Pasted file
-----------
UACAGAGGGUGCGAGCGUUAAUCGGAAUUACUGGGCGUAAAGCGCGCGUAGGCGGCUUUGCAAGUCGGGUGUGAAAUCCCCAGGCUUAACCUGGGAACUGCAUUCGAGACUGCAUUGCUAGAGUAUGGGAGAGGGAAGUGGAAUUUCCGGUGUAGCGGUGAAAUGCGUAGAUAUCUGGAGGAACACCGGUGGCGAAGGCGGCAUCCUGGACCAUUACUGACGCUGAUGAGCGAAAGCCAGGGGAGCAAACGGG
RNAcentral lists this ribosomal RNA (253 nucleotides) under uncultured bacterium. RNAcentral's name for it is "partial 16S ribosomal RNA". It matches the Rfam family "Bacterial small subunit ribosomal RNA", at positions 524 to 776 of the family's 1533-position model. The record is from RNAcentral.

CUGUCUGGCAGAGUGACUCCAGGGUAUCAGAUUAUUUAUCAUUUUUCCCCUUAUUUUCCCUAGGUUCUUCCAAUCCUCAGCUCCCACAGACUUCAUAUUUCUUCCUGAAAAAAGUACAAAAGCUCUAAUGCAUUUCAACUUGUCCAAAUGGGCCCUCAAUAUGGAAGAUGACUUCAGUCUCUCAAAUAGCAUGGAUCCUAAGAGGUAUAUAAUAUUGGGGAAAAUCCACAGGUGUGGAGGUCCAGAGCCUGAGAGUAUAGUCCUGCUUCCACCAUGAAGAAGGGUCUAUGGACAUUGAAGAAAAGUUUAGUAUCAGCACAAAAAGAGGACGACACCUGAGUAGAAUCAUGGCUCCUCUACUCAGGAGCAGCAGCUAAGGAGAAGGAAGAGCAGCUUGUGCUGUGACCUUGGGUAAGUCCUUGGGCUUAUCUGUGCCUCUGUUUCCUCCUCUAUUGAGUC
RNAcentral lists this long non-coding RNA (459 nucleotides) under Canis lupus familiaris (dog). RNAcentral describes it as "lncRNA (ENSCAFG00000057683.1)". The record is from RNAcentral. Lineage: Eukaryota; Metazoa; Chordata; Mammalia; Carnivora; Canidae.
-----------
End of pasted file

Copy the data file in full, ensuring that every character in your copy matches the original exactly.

UACAGAGGGUGCGAGCGUUAAUCGGAAUUACUGGGCGUAAAGCGCGCGUAGGCGGCUUUGCAAGUCGGGUGUGAAAUCCCCAGGCUUAACCUGGGAACUGCAUUCGAGACUGCAUUGCUAGAGUAUGGGAGAGGGAAGUGGAAUUUCCGGUGUAGCGGUGAAAUGCGUAGAUAUCUGGAGGAACACCGGUGGCGAAGGCGGCAUCCUGGACCAUUACUGACGCUGAUGAGCGAAAGCCAGGGGAGCAAACGGG
RNAcentral lists this ribosomal RNA (253 nucleotides) under uncultured bacterium. RNAcentral's name for it is "partial 16S ribosomal RNA". It matches the Rfam family "Bacterial small subunit ribosomal RNA", at positions 524 to 776 of the family's 1533-position model. The record is from RNAcentral.

CUGUCUGGCAGAGUGACUCCAGGGUAUCAGAUUAUUUAUCAUUUUUCCCCUUAUUUUCCCUAGGUUCUUCCAAUCCUCAGCUCCCACAGACUUCAUAUUUCUUCCUGAAAAAAGUACAAAAGCUCUAAUGCAUUUCAACUUGUCCAAAUGGGCCCUCAAUAUGGAAGAUGACUUCAGUCUCUCAAAUAGCAUGGAUCCUAAGAGGUAUAUAAUAUUGGGGAAAAUCCACAGGUGUGGAGGUCCAGAGCCUGAGAGUAUAGUCCUGCUUCCACCAUGAAGAAGGGUCUAUGGACAUUGAAGAAAAGUUUAGUAUCAGCACAAAAAGAGGACGACACCUGAGUAGAAUCAUGGCUCCUCUACUCAGGAGCAGCAGCUAAGGAGAAGGAAGAGCAGCUUGUGCUGUGACCUUGGGUAAGUCCUUGGGCUUAUCUGUGCCUCUGUUUCCUCCUCUAUUGAGUC
RNAcentral lists this long non-coding RNA (459 nucleotides) under Canis lupus familiaris (dog). RNAcentral describes it as "lncRNA (ENSCAFG00000057683.1)". The record is from RNAcentral. Lineage: Eukaryota; Metazoa; Chordata; Mammalia; Carnivora; Canidae.